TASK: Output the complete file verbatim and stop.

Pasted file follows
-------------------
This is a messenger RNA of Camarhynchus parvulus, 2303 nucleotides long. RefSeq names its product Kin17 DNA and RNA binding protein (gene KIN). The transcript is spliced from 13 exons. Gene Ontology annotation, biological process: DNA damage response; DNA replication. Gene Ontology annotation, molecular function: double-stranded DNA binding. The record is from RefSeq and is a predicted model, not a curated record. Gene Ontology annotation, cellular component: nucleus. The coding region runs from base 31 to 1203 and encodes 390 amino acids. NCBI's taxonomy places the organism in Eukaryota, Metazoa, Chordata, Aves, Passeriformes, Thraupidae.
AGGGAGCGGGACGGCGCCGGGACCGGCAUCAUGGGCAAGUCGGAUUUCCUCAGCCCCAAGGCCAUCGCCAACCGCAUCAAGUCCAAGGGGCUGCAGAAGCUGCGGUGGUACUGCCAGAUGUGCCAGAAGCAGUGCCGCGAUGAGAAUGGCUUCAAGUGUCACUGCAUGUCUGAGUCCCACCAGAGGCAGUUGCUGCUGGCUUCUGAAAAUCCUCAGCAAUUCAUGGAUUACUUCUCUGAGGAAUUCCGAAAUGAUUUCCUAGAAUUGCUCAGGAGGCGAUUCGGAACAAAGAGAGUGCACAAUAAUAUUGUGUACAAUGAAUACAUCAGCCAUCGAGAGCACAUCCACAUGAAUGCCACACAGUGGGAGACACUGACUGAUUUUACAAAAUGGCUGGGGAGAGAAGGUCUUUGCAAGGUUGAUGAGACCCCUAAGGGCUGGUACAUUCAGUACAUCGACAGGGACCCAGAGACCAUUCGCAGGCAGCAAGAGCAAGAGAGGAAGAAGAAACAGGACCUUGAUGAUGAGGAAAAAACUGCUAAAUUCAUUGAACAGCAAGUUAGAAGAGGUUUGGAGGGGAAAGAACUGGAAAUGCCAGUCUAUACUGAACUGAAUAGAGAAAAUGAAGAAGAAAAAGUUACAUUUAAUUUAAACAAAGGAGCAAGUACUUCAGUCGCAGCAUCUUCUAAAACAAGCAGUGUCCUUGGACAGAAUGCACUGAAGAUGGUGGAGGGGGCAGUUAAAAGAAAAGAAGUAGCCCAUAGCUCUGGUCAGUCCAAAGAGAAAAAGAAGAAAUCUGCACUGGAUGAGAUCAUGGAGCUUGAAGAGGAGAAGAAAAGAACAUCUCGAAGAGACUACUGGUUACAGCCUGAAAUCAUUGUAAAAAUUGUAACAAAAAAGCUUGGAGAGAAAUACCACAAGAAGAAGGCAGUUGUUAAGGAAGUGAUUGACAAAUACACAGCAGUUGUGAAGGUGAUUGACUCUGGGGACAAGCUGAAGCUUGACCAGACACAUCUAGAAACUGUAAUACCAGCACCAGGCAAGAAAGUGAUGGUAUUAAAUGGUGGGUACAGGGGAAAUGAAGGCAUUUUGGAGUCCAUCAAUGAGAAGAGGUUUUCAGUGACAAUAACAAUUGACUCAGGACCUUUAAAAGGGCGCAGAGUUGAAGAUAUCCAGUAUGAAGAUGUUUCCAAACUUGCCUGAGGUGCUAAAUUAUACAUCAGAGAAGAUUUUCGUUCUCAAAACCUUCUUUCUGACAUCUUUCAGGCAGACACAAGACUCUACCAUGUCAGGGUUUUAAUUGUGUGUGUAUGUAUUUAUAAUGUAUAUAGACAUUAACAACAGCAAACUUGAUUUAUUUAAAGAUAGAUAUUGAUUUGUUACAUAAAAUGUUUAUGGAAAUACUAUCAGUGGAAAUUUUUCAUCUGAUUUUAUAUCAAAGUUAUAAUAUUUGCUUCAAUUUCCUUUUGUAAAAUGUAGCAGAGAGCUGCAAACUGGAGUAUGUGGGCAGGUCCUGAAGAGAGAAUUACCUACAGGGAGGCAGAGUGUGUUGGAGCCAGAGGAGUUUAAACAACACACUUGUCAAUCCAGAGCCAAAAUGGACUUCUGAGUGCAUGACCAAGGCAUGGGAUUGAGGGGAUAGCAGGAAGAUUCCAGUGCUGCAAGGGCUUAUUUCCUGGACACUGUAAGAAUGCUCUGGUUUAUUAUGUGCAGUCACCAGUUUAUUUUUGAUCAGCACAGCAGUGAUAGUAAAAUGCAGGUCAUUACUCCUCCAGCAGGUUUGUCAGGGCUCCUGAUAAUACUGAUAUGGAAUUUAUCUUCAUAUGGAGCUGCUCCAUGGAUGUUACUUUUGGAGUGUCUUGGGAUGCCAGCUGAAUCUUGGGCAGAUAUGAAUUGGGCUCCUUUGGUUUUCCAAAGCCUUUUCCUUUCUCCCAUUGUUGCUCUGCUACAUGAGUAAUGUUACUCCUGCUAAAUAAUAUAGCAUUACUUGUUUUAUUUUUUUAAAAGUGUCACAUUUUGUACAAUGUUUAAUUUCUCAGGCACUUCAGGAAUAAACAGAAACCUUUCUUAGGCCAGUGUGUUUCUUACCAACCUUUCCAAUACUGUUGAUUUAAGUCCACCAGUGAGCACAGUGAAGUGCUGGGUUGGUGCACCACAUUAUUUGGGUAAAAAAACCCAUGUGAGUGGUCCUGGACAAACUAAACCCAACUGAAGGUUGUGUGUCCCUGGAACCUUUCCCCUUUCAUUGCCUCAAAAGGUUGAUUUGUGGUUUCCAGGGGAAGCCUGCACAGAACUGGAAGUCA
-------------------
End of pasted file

This is a messenger RNA of Camarhynchus parvulus, 2303 nucleotides long. RefSeq names its product Kin17 DNA and RNA binding protein (gene KIN). The transcript is spliced from 13 exons. Gene Ontology annotation, biological process: DNA damage response; DNA replication. Gene Ontology annotation, molecular function: double-stranded DNA binding. The record is from RefSeq and is a predicted model, not a curated record. Gene Ontology annotation, cellular component: nucleus. The coding region runs from base 31 to 1203 and encodes 390 amino acids. NCBI's taxonomy places the organism in Eukaryota, Metazoa, Chordata, Aves, Passeriformes, Thraupidae.
AGGGAGCGGGACGGCGCCGGGACCGGCAUCAUGGGCAAGUCGGAUUUCCUCAGCCCCAAGGCCAUCGCCAACCGCAUCAAGUCCAAGGGGCUGCAGAAGCUGCGGUGGUACUGCCAGAUGUGCCAGAAGCAGUGCCGCGAUGAGAAUGGCUUCAAGUGUCACUGCAUGUCUGAGUCCCACCAGAGGCAGUUGCUGCUGGCUUCUGAAAAUCCUCAGCAAUUCAUGGAUUACUUCUCUGAGGAAUUCCGAAAUGAUUUCCUAGAAUUGCUCAGGAGGCGAUUCGGAACAAAGAGAGUGCACAAUAAUAUUGUGUACAAUGAAUACAUCAGCCAUCGAGAGCACAUCCACAUGAAUGCCACACAGUGGGAGACACUGACUGAUUUUACAAAAUGGCUGGGGAGAGAAGGUCUUUGCAAGGUUGAUGAGACCCCUAAGGGCUGGUACAUUCAGUACAUCGACAGGGACCCAGAGACCAUUCGCAGGCAGCAAGAGCAAGAGAGGAAGAAGAAACAGGACCUUGAUGAUGAGGAAAAAACUGCUAAAUUCAUUGAACAGCAAGUUAGAAGAGGUUUGGAGGGGAAAGAACUGGAAAUGCCAGUCUAUACUGAACUGAAUAGAGAAAAUGAAGAAGAAAAAGUUACAUUUAAUUUAAACAAAGGAGCAAGUACUUCAGUCGCAGCAUCUUCUAAAACAAGCAGUGUCCUUGGACAGAAUGCACUGAAGAUGGUGGAGGGGGCAGUUAAAAGAAAAGAAGUAGCCCAUAGCUCUGGUCAGUCCAAAGAGAAAAAGAAGAAAUCUGCACUGGAUGAGAUCAUGGAGCUUGAAGAGGAGAAGAAAAGAACAUCUCGAAGAGACUACUGGUUACAGCCUGAAAUCAUUGUAAAAAUUGUAACAAAAAAGCUUGGAGAGAAAUACCACAAGAAGAAGGCAGUUGUUAAGGAAGUGAUUGACAAAUACACAGCAGUUGUGAAGGUGAUUGACUCUGGGGACAAGCUGAAGCUUGACCAGACACAUCUAGAAACUGUAAUACCAGCACCAGGCAAGAAAGUGAUGGUAUUAAAUGGUGGGUACAGGGGAAAUGAAGGCAUUUUGGAGUCCAUCAAUGAGAAGAGGUUUUCAGUGACAAUAACAAUUGACUCAGGACCUUUAAAAGGGCGCAGAGUUGAAGAUAUCCAGUAUGAAGAUGUUUCCAAACUUGCCUGAGGUGCUAAAUUAUACAUCAGAGAAGAUUUUCGUUCUCAAAACCUUCUUUCUGACAUCUUUCAGGCAGACACAAGACUCUACCAUGUCAGGGUUUUAAUUGUGUGUGUAUGUAUUUAUAAUGUAUAUAGACAUUAACAACAGCAAACUUGAUUUAUUUAAAGAUAGAUAUUGAUUUGUUACAUAAAAUGUUUAUGGAAAUACUAUCAGUGGAAAUUUUUCAUCUGAUUUUAUAUCAAAGUUAUAAUAUUUGCUUCAAUUUCCUUUUGUAAAAUGUAGCAGAGAGCUGCAAACUGGAGUAUGUGGGCAGGUCCUGAAGAGAGAAUUACCUACAGGGAGGCAGAGUGUGUUGGAGCCAGAGGAGUUUAAACAACACACUUGUCAAUCCAGAGCCAAAAUGGACUUCUGAGUGCAUGACCAAGGCAUGGGAUUGAGGGGAUAGCAGGAAGAUUCCAGUGCUGCAAGGGCUUAUUUCCUGGACACUGUAAGAAUGCUCUGGUUUAUUAUGUGCAGUCACCAGUUUAUUUUUGAUCAGCACAGCAGUGAUAGUAAAAUGCAGGUCAUUACUCCUCCAGCAGGUUUGUCAGGGCUCCUGAUAAUACUGAUAUGGAAUUUAUCUUCAUAUGGAGCUGCUCCAUGGAUGUUACUUUUGGAGUGUCUUGGGAUGCCAGCUGAAUCUUGGGCAGAUAUGAAUUGGGCUCCUUUGGUUUUCCAAAGCCUUUUCCUUUCUCCCAUUGUUGCUCUGCUACAUGAGUAAUGUUACUCCUGCUAAAUAAUAUAGCAUUACUUGUUUUAUUUUUUUAAAAGUGUCACAUUUUGUACAAUGUUUAAUUUCUCAGGCACUUCAGGAAUAAACAGAAACCUUUCUUAGGCCAGUGUGUUUCUUACCAACCUUUCCAAUACUGUUGAUUUAAGUCCACCAGUGAGCACAGUGAAGUGCUGGGUUGGUGCACCACAUUAUUUGGGUAAAAAAACCCAUGUGAGUGGUCCUGGACAAACUAAACCCAACUGAAGGUUGUGUGUCCCUGGAACCUUUCCCCUUUCAUUGCCUCAAAAGGUUGAUUUGUGGUUUCCAGGGGAAGCCUGCACAGAACUGGAAGUCA